No, The Cloud Isn't Secure: Here's Why Cloud Governance Matters


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Friday, June 11, 2021

The cloud isn’t just a silver lining for businesses – it’s a complex environment full of potential risks that needs to be effectively managed and governed.

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No, The Cloud Isn't Secure: Here's Why Cloud Governance Matters
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CIOs can spend a lot of their time explaining why the cloud services their business adopts are not inherently secure. Trying to drive a cloud governance program and framework will be much easier when the rest of the leadership understands what’s going on beneath those slick cloud dashboards.

High-growth businesses adopt new services as their operational needs increase and the company expands. Each cloud service they adopt will come with varying SLAs and security guarantees, and as the business flexes and stretches in all directions, gaps in the cloud will appear, putting data, users and the business at risk.

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A cloud governance strategy is required to develop a joined-up understanding of the company’s cloud footprint and the cloud security tools needed to cover the gaps between the various data services. Explaining this to the business effectively will increase understanding and the likelihood of support for strong governance. Here are four core messages CIOs need to drive home:

  • Every cloud service provides varying levels of security
  • Traditional tools like firewalls and malware protect user devices, not the cloud
  • Each new cloud service increases risk to the business
  • Cloud makes business operations smoother, but unmanaged cloud can be a disaster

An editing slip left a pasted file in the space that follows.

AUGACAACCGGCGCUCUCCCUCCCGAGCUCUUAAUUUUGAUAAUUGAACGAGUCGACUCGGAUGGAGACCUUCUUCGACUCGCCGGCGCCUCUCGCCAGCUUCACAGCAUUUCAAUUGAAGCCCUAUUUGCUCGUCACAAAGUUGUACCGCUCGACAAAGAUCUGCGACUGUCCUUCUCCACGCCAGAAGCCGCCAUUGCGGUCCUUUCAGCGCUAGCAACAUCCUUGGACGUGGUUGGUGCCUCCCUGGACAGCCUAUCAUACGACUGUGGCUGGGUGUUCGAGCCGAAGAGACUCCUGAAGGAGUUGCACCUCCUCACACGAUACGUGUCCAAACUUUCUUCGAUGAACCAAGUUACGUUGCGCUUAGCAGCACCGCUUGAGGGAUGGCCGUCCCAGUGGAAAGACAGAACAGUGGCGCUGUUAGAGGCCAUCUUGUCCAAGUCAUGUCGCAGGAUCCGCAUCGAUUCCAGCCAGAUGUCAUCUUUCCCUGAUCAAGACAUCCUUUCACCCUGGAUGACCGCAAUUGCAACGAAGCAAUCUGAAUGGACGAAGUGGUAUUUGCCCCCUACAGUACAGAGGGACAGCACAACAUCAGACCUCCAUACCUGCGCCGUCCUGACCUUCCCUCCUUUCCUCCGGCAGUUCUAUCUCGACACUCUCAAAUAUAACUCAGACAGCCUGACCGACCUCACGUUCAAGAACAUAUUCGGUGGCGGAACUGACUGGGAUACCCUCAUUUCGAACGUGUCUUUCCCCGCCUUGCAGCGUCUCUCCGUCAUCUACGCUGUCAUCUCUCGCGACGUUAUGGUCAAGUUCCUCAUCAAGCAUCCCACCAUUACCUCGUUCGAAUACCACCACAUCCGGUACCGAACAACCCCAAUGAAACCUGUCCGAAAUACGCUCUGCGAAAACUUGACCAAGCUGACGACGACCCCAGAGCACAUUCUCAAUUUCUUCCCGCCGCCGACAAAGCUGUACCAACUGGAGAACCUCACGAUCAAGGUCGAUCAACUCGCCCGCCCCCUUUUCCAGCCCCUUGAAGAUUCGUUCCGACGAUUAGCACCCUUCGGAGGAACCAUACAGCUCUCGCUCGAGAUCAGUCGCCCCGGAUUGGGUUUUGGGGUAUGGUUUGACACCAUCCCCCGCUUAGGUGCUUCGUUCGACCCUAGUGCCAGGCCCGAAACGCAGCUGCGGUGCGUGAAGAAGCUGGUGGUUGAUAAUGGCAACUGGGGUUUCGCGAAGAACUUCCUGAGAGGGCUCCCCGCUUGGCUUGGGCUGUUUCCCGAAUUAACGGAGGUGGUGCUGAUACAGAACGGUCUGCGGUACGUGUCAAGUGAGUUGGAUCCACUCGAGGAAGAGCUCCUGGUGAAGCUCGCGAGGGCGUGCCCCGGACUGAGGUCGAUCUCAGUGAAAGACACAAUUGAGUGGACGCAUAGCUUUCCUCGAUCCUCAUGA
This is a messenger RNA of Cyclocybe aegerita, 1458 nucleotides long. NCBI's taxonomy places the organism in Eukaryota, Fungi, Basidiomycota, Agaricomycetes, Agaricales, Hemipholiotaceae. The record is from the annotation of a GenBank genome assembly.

Drive home those messages as part of a cloud governance promotional campaign (along with some useful statistics on the cost of poor cloud adoption and governance) and support will be forthcoming. 

What is cloud governance?

Any growing company sees various departments and teams clamoring to adopt cloud services to deliver the tools they need to operate efficiently. However, ad hoc adoption creates business and security risks. By formalizing and structuring how cloud services are adopted across the business, from storage to compute, applications and services and new trends like microservices and containers, the risks can be limited and interoperability can be ensured.

Cloud governance creates the controls to manage the growth of cloud services across the business and formulates a list of questions that need to be answered before a cloud service is adopted.

  • Where is the data stored?
  • Can it be kept on foreign servers?
  • How is it encrypted in transit?
  • Is your cloud service compatible with our current services?
  • How do we enable additional security tools?

By defining cloud service rules, access and security best practices, a company can limit risk and ensure growth is sustained. There are plenty of examples of strong cloud governance plans published for CISOs and CIOs to refer to. Training for IT teams like Microsoft’s Azure Architect Technologies or from other providers help understand how to deliver “advice for stakeholders and translating business requirements into secure, scalable, and reliable cloud solutions.”